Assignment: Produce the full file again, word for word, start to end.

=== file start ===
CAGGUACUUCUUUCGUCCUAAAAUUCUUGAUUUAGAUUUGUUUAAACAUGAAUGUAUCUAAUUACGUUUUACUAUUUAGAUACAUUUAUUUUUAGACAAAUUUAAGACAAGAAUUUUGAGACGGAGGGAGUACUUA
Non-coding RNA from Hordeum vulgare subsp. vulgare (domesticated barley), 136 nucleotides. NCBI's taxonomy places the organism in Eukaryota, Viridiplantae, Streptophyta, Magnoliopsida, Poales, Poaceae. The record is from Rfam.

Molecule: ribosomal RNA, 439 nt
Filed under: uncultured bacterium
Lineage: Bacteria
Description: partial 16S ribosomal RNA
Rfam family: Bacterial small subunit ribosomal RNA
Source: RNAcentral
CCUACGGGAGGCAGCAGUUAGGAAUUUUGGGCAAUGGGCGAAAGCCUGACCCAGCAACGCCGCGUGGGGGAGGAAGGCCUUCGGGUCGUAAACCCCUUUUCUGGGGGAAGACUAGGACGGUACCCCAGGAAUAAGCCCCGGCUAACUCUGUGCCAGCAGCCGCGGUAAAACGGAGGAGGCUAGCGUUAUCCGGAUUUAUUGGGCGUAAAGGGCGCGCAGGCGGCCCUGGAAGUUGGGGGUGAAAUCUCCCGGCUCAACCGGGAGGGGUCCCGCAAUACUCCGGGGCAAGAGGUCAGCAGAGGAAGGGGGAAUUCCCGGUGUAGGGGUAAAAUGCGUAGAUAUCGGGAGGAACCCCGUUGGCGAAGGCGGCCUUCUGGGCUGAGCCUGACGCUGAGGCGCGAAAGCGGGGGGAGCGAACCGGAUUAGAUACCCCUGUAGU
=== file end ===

CAGGUACUUCUUUCGUCCUAAAAUUCUUGAUUUAGAUUUGUUUAAACAUGAAUGUAUCUAAUUACGUUUUACUAUUUAGAUACAUUUAUUUUUAGACAAAUUUAAGACAAGAAUUUUGAGACGGAGGGAGUACUUA
Non-coding RNA from Hordeum vulgare subsp. vulgare (domesticated barley), 136 nucleotides. NCBI's taxonomy places the organism in Eukaryota, Viridiplantae, Streptophyta, Magnoliopsida, Poales, Poaceae. The record is from Rfam.

Molecule: ribosomal RNA, 439 nt
Filed under: uncultured bacterium
Lineage: Bacteria
Description: partial 16S ribosomal RNA
Rfam family: Bacterial small subunit ribosomal RNA
Source: RNAcentral
CCUACGGGAGGCAGCAGUUAGGAAUUUUGGGCAAUGGGCGAAAGCCUGACCCAGCAACGCCGCGUGGGGGAGGAAGGCCUUCGGGUCGUAAACCCCUUUUCUGGGGGAAGACUAGGACGGUACCCCAGGAAUAAGCCCCGGCUAACUCUGUGCCAGCAGCCGCGGUAAAACGGAGGAGGCUAGCGUUAUCCGGAUUUAUUGGGCGUAAAGGGCGCGCAGGCGGCCCUGGAAGUUGGGGGUGAAAUCUCCCGGCUCAACCGGGAGGGGUCCCGCAAUACUCCGGGGCAAGAGGUCAGCAGAGGAAGGGGGAAUUCCCGGUGUAGGGGUAAAAUGCGUAGAUAUCGGGAGGAACCCCGUUGGCGAAGGCGGCCUUCUGGGCUGAGCCUGACGCUGAGGCGCGAAAGCGGGGGGAGCGAACCGGAUUAGAUACCCCUGUAGU